One of the undesirable consequences of Covid-19 for many churches and Christians has been the infrequency of which Communion, the Lord’s Supper or the Eucharist has been remembered, celebrated, observed or taken.
How regularly should I taken Communion and why?
Some Christians take it weekly, others monthly (like us—the first a.m. service and third p.m. service), some quarterly and some even yearly.
What was the practice of the early Church?
Sadly, both ordinances of Baptism and Communion can be undervalued, however, below are 9 reasons why we ought to observe the Lord’s Supper and do so regularly:
Covid-19 has been a challenging time for many visible churches.
During lockdown many closed completely, some for want of means of continuing virtually (etc), while others persevered into varied forms of creative ministry, gathering and worship. We continued to hold our worship services through live-stream, Life Groups and leadership meetings via Skype and Zoom and Facetime and communicated congregationally through our print and e-newsletter (along with many other means).
From June 12 places of worship in Ontario were permitted by the government emergency order to emerge from the lockdown returning to physical worship services at 30% building capacity. We safely re-opened our morning and evening services on the Lord’s Day, June 14, also continuing our live-stream for those at risk or still uncomfortable; a few other local churches did the same not long after. However, there are many, many visible churches that remain closed with all or most of their ministries shut down. Many of them cite health concerns for this, which is something genuine to assess, however, “where there is a will there is a way” (i.e. if you have a reason to meet and a purpose to exist you will labour to find a safe means to accomplish it. See also: 2 Ti 1:7). A participant of one such church confided in me his dismay at their church’s decision wondering if anyone would return come September?
You see, if something stops for a week because of a snow storm, it is not terribly life changing, but the moment you speak of ceasing to do something for weeks and months and seasons, it becomes habit forming and life altering (for good or ill).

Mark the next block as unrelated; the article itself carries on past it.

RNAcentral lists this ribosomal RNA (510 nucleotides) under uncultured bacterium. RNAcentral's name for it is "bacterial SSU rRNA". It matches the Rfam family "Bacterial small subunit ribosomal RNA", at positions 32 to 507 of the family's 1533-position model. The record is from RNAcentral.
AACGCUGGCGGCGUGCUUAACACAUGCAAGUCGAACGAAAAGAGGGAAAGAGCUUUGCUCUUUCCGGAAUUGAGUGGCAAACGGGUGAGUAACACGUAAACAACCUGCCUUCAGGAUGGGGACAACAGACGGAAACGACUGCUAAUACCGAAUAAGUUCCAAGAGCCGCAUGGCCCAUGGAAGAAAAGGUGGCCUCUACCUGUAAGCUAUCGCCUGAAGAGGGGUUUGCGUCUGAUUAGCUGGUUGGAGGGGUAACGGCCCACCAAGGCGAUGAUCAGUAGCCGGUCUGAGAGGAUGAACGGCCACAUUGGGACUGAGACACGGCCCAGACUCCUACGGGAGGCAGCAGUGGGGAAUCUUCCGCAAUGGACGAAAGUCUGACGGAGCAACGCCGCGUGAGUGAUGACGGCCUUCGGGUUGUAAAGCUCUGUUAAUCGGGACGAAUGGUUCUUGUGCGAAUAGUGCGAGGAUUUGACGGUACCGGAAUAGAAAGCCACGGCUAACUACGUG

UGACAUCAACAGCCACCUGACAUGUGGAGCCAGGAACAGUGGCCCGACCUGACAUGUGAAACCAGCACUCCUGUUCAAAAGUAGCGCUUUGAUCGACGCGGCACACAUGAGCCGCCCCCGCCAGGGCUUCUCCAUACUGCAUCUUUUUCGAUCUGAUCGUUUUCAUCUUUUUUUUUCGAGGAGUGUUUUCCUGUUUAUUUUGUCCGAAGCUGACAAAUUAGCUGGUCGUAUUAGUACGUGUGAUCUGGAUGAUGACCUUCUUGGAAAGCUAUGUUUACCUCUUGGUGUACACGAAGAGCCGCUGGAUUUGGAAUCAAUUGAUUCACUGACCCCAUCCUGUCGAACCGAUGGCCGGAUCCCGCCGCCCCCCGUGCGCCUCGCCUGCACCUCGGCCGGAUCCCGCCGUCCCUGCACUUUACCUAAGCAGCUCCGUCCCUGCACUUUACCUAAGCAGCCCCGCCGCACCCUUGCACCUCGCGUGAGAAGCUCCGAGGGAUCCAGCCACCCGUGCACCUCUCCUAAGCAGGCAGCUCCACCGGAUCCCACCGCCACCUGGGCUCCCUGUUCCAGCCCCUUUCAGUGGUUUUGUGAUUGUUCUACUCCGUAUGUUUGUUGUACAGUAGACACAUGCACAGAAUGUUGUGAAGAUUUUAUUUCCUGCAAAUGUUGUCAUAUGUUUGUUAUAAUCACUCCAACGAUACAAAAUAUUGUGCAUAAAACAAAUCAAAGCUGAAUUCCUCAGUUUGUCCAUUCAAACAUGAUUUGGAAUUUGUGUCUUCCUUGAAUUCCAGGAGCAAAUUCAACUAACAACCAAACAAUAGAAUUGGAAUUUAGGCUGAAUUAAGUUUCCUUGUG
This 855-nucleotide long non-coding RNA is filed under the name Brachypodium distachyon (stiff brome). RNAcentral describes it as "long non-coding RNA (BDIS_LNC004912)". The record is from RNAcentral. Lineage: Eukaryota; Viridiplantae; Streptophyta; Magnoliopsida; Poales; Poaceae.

This raises two important and interrelated points:
ONE. If a church’s god is the only God, perfect, almighty, all-wise and most holy, sovereign, loving, gracious, merciful, long-suffering, abounding in truth and goodness, the rewarder of those who seek him and the judge of all who don’t (I’m referencing the 2nd London Baptist Confession, 2.1) and if you know this God through faith in Jesus Christ then YES, absolutely, you have a reason to bring Him the corporate worship He has commanded and to fellowship together with other believers. Nothing, not persecution, or want or pandemic will stop you from doing this. If this is NOT the case, then naturally why would you gather to worship a God who you think is not really real or worthy, or immanent or knowable or known by you?
TWO. If a church, made up of redeemed or purchased people—bought by the blood of the lamb—has been commanded by their Saviour to publish Good News to all people, a message of repentance and transformation, to glorify Him in all they do, a life lived in gratitude to their King, then YES we have a purpose to exist for we have a Great Commission to fulfil and God to glorify. If this is NOT the case, if church is only a social club or a good works hobby, couldn’t I spend my time better somewhere else?
IF you answered yes to the above questions but are still not gathering and labouring as part of your local church, then appeal to your church leadership, grant leave to gather with a small handful in your home or outside, or temporarily worship with another church.
IF you are still watching the live-stream from home and not personally and physically worshipping and serving and don’t have a legitimate health risk (i.e. you’re going to the grocery store, shopping, eating out and visiting family but not participating in your church) then it is time to lay down your excuses and do so. Live-streaming is a great outreach and it was and can be a short-term substitute, but it is a long-term compromise from the real thing; don’t grow comfortable with it.
Among many other things Covid-19 is affecting on the church and spiritual landscape of our land is the separation from the wheat and the chaff; with some churches being pruned and others experiencing growth. The churches that will continue post-Covid will have these two things in common: a reason to meet and a purpose to exist.
Author: Chris Crocker
Pastor, historian and beekeeper.
Click the RRS feed above to subscribe to this blog and receive notifications of new posts.